Rowland also trotted out the old and trite axiom that a team would bring community spirit.
By April 30, 1999, all of Rowland’s football dreams were shattered. Kraft got a $70 million subsidy from Massachusetts lawmakers to build a new stadium in Foxboro and pulled out of the Hartford deal. Kraft's people said the Hartford site was a toxic dump and that the stadium would not be opened until 2002 or 2003 and that was too long a wait. The National Football League wanted to stay in the Boston area. Hartford was not Boston and at the end of the day, Kraft got what he wanted in Foxboro and Rowland lost yet another sports franchise.
Rowland did get the Adriaen’s Landing project on the Connecticut River done. Instead of a football stadium for the NFL, there is a convention center and hotel on the grounds. A 40,000 seat football stadium was built in East Hartford on a 75 acre tract that used to serve as an airfield for Pratt and Whitney. The venue is used by the University of Connecticut's football team and the United Football League's Hartford franchise. The stadium will be used next February for outdoor hockey and will feature games that include Whalers and Bruins alumni along with college hockey.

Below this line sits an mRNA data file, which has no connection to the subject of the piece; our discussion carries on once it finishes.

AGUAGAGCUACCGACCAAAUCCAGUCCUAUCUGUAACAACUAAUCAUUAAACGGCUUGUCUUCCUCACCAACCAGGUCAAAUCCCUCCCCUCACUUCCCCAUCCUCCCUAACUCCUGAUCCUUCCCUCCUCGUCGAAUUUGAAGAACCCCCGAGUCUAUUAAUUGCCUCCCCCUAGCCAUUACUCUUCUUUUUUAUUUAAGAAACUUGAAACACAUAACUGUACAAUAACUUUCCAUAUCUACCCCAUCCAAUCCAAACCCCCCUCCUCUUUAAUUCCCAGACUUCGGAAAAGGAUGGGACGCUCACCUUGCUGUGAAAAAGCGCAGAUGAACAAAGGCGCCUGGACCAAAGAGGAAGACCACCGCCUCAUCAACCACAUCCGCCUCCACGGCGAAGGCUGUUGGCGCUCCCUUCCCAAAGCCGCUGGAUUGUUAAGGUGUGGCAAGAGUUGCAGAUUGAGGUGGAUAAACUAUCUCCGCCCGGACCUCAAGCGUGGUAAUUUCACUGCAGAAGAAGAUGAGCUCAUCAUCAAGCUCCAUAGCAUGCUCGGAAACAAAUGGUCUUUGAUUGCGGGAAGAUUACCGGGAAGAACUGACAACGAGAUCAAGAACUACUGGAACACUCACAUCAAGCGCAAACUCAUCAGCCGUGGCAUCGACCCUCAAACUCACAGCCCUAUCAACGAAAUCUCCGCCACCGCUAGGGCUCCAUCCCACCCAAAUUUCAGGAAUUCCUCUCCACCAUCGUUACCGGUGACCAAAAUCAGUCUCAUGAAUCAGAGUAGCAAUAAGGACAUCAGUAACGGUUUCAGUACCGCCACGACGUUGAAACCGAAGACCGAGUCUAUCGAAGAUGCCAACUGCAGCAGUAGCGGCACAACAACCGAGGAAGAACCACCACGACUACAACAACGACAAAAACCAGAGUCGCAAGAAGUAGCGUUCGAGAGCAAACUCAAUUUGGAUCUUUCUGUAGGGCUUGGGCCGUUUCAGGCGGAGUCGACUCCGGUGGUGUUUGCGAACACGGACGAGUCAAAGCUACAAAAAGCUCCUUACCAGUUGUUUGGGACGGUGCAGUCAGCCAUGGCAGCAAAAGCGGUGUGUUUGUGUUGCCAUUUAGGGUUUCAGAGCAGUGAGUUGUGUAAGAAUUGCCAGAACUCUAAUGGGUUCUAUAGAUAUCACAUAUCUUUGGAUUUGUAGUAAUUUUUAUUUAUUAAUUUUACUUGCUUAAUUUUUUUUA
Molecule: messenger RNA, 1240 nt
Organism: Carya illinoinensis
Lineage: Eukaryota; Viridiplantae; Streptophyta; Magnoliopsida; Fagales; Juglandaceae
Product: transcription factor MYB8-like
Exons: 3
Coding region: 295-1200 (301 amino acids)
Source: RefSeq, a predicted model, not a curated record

Former Whalers owner Howard Baldwin is attempting to establish a climate that would open the door to the return of the NHL to Connecticut's capital.
Rowland has worked in government since his release from prison and is now on the radio for a few days anyway. Radio and TV used to have real journalists, people who got their start in newspapers, on staff. Cable TV and radio today is filled with carnival barkers, drug addicts, an eight time married guy with a shady background who borrowed money from whoever he could, a guy who rallied against Mexicans and illegal immigrants even though his wife is Mexican, politicians who left office in shame or did jail time, political operatives, one time sports highlight narrators, construction workers, college dropouts, comedians and nobodies who know how to scream and act angry knowing they could cut off someone with a opposite viewpoint. These are the kind of people who would be shown the door at 500-watt radio stations for lack of talent in the 1970s. Rowland, a three time winner, never did finish his term. Instead he went to jail. Maybe he really does fit in with what passes for talent on radio and on cable TV these days.
Evan Weiner is an author, radio-TV commentator and speaker on the "Politics of Sports Business" and can be reached at firstname.lastname@example.org